Serbia, North Macedonia eye stake in Bulgaria’s Belene NPP

By bne IntelliNews March 5, 2019

Serbia and North Macedonia have shown interest in getting stakes in Bulgaria’s planned second nuclear power plant, Belene, Deputy Prime Minister Tomislav Donchev said on March 5.

The Bulgarian government currently plans to re-launch the Belene nuclear power plant project and is looking for foreign investors. The government’s strategy aims to secure construction of Belene within 10 years at a cost of up to €10bn.

The two countries would like to get stakes as future consumers of the electricity produced by Belene NPP, Donchev said in an interview with bTV.

He added that Bulgaria will seek several types of investors in the project – a strategic investor who will give cash for the project, the Bulgarian state that will participate with already acquired equipment and investors who will be consumers of the produced electricity.

Sofia is expected to launch a tender for investors by the end of March.

Earlier this year, Energy Minister Temenuzhka Petkova said that Montenegro also wants to participate in the project. Local large companies have shown interest in acquiring stakes as future consumers.

Donchev also said that the Belene project cannot be completed without the participation of Russia’s Rosatom that supplied equipment for the plant several years ago. Company representatives have arrived in Sofia with Russia’s Prime Minister Dmitry Medvedev. Rosatom has already expressed interest in participating in the project.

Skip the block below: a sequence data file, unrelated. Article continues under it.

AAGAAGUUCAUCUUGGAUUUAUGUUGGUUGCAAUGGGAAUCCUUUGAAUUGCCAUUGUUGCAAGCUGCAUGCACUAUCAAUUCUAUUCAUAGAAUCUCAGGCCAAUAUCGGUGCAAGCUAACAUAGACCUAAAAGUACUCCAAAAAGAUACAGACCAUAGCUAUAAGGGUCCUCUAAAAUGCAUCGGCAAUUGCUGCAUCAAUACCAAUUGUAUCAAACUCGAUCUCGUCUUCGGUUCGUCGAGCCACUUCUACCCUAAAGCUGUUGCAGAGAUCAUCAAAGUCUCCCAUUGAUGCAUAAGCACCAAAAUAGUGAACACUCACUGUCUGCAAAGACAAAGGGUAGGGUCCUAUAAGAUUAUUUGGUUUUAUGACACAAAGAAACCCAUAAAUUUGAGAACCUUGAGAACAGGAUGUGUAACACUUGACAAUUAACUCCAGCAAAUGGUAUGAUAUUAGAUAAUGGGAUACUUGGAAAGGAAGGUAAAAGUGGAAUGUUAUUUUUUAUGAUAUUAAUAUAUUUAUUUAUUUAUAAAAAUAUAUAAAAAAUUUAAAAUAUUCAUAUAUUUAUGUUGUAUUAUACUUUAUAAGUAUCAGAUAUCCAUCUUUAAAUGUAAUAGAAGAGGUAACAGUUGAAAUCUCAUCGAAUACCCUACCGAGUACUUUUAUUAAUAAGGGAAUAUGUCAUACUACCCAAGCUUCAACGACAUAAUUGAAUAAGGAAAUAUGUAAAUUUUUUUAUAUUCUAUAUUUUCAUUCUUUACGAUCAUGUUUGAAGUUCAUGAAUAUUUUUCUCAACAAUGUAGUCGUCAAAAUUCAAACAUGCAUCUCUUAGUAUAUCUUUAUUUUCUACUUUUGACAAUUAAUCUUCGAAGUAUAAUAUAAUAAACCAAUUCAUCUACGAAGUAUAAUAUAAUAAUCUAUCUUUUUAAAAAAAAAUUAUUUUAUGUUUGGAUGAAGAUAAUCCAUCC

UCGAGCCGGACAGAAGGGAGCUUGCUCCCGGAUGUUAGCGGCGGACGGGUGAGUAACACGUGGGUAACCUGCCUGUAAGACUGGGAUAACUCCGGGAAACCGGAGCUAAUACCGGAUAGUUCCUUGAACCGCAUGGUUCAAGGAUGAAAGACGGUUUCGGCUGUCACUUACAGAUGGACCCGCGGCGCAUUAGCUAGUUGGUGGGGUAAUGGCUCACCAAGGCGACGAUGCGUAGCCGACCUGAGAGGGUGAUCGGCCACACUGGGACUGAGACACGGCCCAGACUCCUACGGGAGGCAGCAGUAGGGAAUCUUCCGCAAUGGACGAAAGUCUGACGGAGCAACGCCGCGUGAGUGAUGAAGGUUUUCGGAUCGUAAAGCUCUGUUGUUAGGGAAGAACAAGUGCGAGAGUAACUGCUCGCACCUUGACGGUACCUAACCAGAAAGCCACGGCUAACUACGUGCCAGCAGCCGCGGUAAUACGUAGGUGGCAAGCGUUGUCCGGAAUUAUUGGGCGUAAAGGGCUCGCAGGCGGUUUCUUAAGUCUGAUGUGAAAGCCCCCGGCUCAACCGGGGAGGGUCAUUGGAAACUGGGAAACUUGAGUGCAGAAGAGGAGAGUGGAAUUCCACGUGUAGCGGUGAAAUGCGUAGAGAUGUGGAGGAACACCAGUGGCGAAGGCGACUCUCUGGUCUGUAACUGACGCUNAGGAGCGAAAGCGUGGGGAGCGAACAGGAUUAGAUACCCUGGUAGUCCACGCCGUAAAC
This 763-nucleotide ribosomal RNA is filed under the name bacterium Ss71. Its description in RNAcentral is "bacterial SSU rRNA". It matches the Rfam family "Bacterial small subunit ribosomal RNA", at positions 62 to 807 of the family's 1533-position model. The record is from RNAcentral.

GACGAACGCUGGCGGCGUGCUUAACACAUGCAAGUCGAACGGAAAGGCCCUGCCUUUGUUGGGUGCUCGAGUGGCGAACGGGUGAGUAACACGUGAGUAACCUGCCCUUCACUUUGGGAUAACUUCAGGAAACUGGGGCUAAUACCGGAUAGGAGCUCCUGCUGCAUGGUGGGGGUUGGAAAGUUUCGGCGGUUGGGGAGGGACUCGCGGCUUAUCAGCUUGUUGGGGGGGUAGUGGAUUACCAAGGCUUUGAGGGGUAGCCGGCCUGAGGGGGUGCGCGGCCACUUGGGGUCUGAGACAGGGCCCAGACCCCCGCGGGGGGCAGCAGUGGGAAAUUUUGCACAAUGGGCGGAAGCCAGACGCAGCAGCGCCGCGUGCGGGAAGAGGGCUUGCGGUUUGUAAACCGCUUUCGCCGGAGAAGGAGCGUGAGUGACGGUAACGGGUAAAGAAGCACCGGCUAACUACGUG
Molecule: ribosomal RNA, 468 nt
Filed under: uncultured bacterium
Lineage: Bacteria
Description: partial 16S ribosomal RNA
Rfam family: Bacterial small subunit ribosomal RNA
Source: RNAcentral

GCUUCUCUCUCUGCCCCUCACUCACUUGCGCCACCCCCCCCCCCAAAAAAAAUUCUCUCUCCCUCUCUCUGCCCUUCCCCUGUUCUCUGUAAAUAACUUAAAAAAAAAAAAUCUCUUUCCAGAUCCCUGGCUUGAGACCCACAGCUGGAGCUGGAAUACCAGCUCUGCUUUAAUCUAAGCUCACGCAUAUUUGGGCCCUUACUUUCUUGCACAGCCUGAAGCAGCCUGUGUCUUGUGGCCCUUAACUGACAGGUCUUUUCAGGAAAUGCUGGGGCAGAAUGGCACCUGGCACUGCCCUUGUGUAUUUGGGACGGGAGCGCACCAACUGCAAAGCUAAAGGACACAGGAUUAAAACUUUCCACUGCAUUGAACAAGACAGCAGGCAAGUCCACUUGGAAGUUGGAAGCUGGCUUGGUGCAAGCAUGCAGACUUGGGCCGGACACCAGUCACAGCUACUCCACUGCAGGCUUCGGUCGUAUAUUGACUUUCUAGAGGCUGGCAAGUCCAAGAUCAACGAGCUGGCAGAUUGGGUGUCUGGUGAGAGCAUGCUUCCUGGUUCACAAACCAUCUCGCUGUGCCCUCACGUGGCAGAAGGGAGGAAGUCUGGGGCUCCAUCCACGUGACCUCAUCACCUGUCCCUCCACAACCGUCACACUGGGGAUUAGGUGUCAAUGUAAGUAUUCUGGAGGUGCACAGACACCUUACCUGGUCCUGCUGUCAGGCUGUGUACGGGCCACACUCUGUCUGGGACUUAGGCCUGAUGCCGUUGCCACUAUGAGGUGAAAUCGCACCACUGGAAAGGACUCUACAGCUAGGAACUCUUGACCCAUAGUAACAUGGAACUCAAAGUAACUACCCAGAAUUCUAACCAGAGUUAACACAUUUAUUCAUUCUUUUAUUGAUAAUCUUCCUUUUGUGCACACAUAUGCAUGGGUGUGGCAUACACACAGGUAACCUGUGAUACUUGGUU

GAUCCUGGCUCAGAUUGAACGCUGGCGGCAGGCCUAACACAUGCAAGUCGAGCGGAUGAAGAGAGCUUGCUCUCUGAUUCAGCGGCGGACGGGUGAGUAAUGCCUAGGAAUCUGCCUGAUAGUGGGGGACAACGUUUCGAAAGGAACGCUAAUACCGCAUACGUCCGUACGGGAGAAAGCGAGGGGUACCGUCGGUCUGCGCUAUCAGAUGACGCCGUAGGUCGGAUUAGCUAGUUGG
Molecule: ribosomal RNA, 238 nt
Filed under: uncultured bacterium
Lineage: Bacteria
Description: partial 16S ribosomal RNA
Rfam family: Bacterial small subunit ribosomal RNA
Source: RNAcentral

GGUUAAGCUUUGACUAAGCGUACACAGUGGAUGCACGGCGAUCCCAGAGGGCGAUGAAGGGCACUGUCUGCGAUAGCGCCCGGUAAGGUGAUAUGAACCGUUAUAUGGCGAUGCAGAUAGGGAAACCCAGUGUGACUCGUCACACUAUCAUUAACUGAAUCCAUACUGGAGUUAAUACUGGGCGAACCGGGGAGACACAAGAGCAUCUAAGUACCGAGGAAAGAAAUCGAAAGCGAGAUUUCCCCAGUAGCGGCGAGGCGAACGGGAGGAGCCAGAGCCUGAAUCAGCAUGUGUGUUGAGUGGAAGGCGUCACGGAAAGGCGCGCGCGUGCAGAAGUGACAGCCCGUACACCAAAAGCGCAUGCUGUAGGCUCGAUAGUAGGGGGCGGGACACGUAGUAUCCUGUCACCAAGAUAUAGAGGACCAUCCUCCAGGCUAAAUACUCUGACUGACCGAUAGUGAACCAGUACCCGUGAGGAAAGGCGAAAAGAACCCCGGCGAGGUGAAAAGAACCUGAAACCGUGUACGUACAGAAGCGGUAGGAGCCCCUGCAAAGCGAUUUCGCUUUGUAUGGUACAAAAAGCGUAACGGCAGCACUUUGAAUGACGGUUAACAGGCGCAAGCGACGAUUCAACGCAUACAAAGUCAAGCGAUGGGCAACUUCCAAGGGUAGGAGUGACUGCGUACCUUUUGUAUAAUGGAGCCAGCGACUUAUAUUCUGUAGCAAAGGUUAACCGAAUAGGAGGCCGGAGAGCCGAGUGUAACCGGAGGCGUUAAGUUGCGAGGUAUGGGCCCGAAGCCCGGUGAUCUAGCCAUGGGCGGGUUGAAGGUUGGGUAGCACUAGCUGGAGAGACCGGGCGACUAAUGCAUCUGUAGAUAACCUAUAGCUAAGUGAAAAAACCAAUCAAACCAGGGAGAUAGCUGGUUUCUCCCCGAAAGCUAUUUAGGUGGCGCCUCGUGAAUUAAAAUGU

Last year Belene’s revival united the ruling coalition comprised of GERB and the United Patriots with the main opposition in parliament, the Socialist Party (BSP), but raised serious concerns among economic analysts and opposition parties outside parliament about the viability of the project and the true reasons for its restart.

In November the European Commission noted it was considering that Bulgaria has to start the whole procedure from the scratch, as it sees it as a completely new project, not a resumption of a previous one.

Petkova has said that the government will probe the real interest of potential investors in the project and an investor should be picked by the end of 2019.

Four international companies, including China National Nuclear Corp (CNNC), Rosatom, and companies from France and Korea, have shown interest in the construction of the Belene plant, Petkova said in November.

The government’s strategy aims to secure construction of Belene within 10 years at a cost of up to €10bn.

According to Democratic Bulgaria, the cost of Belene’s construction would be at least BGN21bn (€10.7bn), an expense that would seriously threaten Bulgaria’s economic stability. The country has so far spent over BGN3bn on Belene.

Economists claim that Bulgaria does not need the new power plant, which if completed will have two 1,000 MW reactors. While it was initially seen as a replacement for the ageing Kozloduy nuclear power plant, in January 2016 Kozloduy signed a contract to extend the lifespan of its two remaining reactors until 2049.

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